Where To Even Begin

As I look back on the past couple months and ask myself how I got to this point, the only answer I can find is where do I even begin?  It’s hard to pinpoint where things get off-track, where you took a wrong turn, which shitty decision led to which shitty result.  So when trying to figure out what’s ahead by reflecting on what’s behind, it’s confusing, disheartening, and lonely.  Three things I’ve constantly felt for months.

It’s been a relentless quarter at school, to say the least.  Between classes I don’t have a particular interest in, to family problems, stress with work, and a deteriorating sense of self-motivation and confidence, it’s not surprising that I ended up in a place where I’m simply just lost.

When I decided to go to Chicago for college, I thought I was leaving Southern California and never looking back.  I was excited to live in a place that had four seasons, to meet new people that didn’t know about what I did when I was twelve and who I dated when I was sixteen.  I got to start a new life far away from my old one where I could leave my demons to rest.  I was running.  And I thought it was on the road to happiness, freedom, and a gleaming sense of pride.  But running never works out, because everything always catches up, no matter how good I am at convincing myself otherwise.

Now I find myself in the midst of a crisis craving a sense of familiarity.  I want home.  I want sunshine and warmth and the smell of the ocean and a car and road trips and year-long summers.  I want to be around people that know the dumb things I did when I was twelve and who I dated when I was sixteen and the way I acted all the years in between. I miss what I was running from.  I want to confront them and stop pretending I don’t need to.  I need to journey to an old new place and find myself again.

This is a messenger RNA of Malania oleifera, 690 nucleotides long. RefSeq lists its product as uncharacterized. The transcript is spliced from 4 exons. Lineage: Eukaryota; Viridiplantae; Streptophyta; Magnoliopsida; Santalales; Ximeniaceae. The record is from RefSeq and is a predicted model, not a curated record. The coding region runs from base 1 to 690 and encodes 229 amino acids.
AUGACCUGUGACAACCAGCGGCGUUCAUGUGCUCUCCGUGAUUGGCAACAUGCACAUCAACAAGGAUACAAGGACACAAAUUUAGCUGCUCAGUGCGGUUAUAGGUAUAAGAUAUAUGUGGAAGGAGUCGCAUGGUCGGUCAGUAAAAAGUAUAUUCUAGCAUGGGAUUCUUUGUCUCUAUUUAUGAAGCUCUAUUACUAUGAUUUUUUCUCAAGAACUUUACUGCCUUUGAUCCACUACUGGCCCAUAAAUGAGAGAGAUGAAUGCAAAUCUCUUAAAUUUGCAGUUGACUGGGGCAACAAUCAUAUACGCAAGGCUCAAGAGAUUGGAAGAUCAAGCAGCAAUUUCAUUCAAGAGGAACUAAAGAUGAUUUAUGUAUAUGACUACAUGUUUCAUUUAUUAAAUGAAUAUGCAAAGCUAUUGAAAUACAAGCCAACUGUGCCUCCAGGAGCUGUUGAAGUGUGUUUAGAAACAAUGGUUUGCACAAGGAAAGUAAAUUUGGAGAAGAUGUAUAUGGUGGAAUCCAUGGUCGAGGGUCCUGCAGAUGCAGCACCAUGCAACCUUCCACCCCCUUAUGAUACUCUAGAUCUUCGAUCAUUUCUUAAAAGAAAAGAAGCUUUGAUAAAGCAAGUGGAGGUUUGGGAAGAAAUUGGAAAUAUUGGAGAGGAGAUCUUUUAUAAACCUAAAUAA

I feel defeated and weak all the time because of my decision to leave DePaul, and my life in Chicago, and move back home to San Diego.  I spent so much of my time in high school talking about how I was leaving and never coming back, and that made me feel like I was better than the rest of the people around me, because I had courage they didn’t.  I could not have been any more wrong or pretentious or naive.  You never think it’s going to be you.  In high school, as I watched the older familiar faces that left slowly start to come around again, I swore that was never going to be me.  I wasn’t going to be the one that felt like I needed to come back home to figure my shit out.  I would figure it out 1,000 miles away, thank you very much.  But now, three years later, I’m here.  I’m that person. I’m that face that needs to find my way home.

After two years of going to class non-stop four times a week, I’m no longer going to school.  This feels weird, though not wrong.  It feels like something I have to do if I do want to graduate from college in the near future, and be proud of what it took to get to there.  I want to graduate with honors.  I want to know that I studied things I’m passionate about and want to dedicate my life to, and right now, I’m so lost in that sense that I can’t tell right from left.  I don’t know where my goals are, I don’t know where my future lies, and I think that’s where my motivation stopped showing up.  So I need to take time to figure it out.  And that’s OK.

I need to stop feeling defeated and weak over things I can’t control.  I need to remind myself that it takes strength leaving a place I love and people I love to figure things out for myself.  I am at my weakest and my strongest.  And that duality is so very god damn human.  I need to start letting myself admit that I’m human.  That I don’t need to have it together all the fucking time.  That when I feel like I’m crying over nothing, it’s my brain telling me there’s a reason and I need to let it out.

This writing feels all over the place, but I guess that’s how my life feels right now too.  Big changes have happened the past few months, life-altering ones, that have shaken me.  But they’ve made me see things I didn’t previously.  I’ve had to confront myself.  And though I feel like there’s a long road ahead to feeling comfortable and stable and confident in myself and my ambitions and my life, I know I’ll get there soon.


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